Money laundering

Money laundering is a serious threat to any country’s financial system. The loss of financial and moral integrity is a given but the magnitude of its damage extends to a larger dimension in the form of loss of sovereignty, and, to an extent, the degradation of a country’s image. Money launderers tend to seek out countries or sectors in which there is a low risk of detection due to weak or ineffective Anti-Money Laundering programmes, putting countries like Nepal in a vulnerable position.

Money laundering is the process of illegally converting black or dirty money into “white” or legal money. Dirty money does not have legal sources.

Instead, it comes from illegal activities such as drug trafficking, terrorism, organised crime, murder or fraud. Money launderers make such money appear clean by processing it through several legal transactions though multiple financial institutions. In other words, they cover up illegal sources through legal processes.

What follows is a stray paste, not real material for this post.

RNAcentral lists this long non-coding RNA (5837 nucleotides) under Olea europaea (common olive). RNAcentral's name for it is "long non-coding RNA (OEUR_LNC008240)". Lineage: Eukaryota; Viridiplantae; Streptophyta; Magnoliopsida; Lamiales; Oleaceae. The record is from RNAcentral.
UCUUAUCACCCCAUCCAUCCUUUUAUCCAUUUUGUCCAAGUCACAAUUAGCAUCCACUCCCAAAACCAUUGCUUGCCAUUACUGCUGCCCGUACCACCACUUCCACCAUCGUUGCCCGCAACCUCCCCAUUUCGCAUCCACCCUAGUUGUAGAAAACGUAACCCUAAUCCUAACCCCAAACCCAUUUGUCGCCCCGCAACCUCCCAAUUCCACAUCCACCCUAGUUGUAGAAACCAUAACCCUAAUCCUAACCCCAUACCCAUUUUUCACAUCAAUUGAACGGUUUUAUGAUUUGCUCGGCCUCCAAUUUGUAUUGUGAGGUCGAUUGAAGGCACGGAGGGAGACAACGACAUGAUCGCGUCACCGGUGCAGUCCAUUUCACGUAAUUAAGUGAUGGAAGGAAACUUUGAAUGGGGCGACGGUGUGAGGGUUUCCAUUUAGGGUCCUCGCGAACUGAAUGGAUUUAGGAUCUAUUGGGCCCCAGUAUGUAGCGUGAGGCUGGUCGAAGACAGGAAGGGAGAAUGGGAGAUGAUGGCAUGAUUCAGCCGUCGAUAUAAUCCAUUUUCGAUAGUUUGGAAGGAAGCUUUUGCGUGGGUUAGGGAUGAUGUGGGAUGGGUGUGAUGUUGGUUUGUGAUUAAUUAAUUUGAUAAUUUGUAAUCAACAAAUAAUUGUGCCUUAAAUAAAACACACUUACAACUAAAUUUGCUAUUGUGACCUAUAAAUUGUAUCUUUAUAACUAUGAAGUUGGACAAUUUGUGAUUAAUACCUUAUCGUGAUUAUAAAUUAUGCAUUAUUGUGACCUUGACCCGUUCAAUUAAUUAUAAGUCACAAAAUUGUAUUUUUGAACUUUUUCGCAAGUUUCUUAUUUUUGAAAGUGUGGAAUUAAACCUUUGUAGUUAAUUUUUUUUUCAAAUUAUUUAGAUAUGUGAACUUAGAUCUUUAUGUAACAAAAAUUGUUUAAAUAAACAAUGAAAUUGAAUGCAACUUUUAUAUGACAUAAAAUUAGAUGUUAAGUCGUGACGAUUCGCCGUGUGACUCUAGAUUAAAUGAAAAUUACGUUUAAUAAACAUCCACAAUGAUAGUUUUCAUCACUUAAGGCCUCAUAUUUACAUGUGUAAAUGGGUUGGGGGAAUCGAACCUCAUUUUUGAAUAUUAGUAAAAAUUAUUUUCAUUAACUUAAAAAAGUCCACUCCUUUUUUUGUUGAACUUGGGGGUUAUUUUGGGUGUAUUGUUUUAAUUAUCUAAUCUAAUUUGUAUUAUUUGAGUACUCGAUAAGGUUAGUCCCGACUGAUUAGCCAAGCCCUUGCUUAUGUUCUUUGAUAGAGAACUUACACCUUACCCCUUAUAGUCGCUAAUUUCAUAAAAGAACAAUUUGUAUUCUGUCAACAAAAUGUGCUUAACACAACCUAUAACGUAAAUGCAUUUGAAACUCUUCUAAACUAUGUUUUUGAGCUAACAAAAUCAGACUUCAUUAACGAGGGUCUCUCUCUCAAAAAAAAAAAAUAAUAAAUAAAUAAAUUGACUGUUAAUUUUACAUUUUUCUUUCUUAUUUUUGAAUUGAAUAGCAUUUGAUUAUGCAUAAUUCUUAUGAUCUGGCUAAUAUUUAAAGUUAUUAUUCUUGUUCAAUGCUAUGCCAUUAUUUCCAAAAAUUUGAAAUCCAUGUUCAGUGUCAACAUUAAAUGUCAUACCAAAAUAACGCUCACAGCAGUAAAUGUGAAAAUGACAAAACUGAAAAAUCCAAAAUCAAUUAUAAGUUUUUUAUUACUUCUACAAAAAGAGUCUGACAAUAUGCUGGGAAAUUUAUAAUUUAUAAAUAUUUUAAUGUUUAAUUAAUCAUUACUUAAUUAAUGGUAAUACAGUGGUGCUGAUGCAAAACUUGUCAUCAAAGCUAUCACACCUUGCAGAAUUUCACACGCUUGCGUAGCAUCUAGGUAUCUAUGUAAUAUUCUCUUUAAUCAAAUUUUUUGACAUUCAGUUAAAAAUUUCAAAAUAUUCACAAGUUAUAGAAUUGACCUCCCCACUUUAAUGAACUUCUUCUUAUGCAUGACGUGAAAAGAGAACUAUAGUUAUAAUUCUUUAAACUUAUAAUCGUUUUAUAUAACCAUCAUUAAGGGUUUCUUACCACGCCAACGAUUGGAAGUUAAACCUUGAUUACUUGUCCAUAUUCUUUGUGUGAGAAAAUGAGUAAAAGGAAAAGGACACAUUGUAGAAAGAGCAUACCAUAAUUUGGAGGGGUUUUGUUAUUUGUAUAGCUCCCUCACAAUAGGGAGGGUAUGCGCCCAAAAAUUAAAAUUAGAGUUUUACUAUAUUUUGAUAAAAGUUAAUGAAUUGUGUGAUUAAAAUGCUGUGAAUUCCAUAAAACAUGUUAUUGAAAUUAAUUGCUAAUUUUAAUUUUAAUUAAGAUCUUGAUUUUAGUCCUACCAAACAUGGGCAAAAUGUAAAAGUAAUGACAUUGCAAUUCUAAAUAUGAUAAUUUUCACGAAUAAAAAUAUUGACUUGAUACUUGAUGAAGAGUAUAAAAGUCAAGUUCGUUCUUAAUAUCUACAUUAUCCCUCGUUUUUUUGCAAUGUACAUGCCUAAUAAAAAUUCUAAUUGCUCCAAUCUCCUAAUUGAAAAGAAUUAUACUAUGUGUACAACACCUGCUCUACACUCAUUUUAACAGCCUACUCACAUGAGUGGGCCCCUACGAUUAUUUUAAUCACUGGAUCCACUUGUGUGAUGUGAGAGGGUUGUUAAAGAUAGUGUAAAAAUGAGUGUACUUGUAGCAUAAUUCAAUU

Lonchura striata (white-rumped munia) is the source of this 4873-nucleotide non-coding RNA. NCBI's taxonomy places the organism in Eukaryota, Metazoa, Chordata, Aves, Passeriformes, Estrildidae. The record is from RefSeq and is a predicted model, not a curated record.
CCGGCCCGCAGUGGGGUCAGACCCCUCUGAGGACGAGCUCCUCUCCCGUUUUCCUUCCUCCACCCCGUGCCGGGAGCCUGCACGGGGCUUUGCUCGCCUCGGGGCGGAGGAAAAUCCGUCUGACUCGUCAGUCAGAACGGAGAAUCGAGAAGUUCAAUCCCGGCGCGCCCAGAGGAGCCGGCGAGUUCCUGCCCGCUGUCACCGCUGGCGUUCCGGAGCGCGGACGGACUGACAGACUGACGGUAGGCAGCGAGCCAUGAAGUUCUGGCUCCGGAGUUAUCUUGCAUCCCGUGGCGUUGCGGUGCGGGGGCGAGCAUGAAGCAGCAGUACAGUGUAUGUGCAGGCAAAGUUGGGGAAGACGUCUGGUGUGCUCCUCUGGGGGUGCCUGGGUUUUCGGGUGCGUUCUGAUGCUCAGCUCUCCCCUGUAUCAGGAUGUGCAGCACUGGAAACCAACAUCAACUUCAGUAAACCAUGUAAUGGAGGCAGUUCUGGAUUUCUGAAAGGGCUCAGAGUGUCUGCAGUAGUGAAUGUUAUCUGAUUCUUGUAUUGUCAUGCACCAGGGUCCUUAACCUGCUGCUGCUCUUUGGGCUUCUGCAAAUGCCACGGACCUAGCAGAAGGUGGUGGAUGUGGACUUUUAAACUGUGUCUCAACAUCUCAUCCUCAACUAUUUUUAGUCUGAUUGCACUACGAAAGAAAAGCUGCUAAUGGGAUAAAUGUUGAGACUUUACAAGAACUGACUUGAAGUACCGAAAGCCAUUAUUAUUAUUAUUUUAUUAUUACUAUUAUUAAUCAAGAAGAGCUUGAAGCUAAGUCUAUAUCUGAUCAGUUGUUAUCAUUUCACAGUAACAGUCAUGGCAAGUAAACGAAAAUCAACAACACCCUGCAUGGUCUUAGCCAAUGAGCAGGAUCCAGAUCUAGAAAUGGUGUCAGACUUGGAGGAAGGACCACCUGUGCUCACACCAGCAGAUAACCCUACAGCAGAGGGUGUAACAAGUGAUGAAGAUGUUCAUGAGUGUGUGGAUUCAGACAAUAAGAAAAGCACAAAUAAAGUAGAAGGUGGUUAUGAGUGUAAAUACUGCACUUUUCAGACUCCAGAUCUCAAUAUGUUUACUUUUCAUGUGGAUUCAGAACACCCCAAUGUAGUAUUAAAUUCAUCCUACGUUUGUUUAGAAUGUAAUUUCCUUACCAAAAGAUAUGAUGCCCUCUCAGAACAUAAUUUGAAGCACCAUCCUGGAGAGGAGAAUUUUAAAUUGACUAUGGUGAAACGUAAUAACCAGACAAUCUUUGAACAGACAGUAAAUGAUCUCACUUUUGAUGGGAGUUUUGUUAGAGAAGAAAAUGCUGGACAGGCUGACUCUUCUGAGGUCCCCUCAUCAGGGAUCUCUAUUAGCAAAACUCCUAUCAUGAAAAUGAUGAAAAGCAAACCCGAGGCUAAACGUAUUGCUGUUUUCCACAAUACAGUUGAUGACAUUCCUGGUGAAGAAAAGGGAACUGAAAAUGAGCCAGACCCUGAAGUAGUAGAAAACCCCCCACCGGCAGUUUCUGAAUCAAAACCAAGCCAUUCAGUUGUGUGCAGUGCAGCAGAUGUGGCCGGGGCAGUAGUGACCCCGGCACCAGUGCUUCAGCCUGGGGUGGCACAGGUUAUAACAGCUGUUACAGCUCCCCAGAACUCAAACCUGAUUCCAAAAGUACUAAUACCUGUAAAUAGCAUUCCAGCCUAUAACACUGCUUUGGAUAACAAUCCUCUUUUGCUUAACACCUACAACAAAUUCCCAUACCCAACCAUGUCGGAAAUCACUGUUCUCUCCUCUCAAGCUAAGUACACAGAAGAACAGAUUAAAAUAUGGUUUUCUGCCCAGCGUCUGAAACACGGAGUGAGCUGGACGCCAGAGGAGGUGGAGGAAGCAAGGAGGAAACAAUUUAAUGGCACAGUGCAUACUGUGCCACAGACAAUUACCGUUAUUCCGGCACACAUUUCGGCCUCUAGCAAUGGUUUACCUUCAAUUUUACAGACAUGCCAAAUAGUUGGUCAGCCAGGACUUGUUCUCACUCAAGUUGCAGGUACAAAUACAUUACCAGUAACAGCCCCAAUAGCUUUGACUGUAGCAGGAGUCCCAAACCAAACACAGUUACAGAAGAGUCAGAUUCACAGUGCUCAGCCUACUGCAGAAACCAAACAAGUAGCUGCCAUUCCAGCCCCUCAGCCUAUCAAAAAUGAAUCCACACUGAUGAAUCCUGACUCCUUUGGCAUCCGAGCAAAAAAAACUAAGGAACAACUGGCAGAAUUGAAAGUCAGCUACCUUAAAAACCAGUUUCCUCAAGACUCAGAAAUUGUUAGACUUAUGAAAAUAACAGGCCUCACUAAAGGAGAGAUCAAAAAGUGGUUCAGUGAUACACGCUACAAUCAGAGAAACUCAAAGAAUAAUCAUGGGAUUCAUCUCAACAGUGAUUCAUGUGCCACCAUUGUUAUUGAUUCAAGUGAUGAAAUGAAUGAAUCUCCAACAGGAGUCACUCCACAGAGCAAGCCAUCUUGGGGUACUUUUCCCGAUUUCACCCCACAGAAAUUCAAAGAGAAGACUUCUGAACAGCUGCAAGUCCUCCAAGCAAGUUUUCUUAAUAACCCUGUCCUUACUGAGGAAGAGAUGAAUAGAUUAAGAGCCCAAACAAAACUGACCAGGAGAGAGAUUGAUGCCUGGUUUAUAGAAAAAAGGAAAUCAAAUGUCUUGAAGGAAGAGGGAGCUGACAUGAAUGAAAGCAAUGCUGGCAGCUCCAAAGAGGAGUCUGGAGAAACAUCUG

Money laundering is generally carried out in three steps: placement, layering and integration. First, the illegal wealth is deposited in shell companies, banks or casinos.

The second stage concentrates on separating the proceeds from criminal activity through the use of various layers of monetary transactions, say layering. Then, finally, the laundered money is brought back into the mainstream financial system by paying taxes to legitimise wages, thus giving the money a “legal” source. Across the world, a huge amount of money obtained through terrorist financing, drug and human trafficking is laundered annually.

In 1996, The Financial Action Task Force (FATF) and International Monetary Fund (IMF) stated that the aggregate amount of laundered money in the world could be somewhere between 2-5 percent of the world’s GDP.

Since the very first stage of money laundering, placement, occurs at banks and financial institutions, it is vital for such institutions to be extra vigilant while performing financial transactions.

It is especially so in Nepal as our financial system is still predominantly ruled by cash-based transactions or transactions emanating from non-account holders.

Money laundering can have a huge negative impact not only on a country’s economic and financial stability but also on political development in developing countries.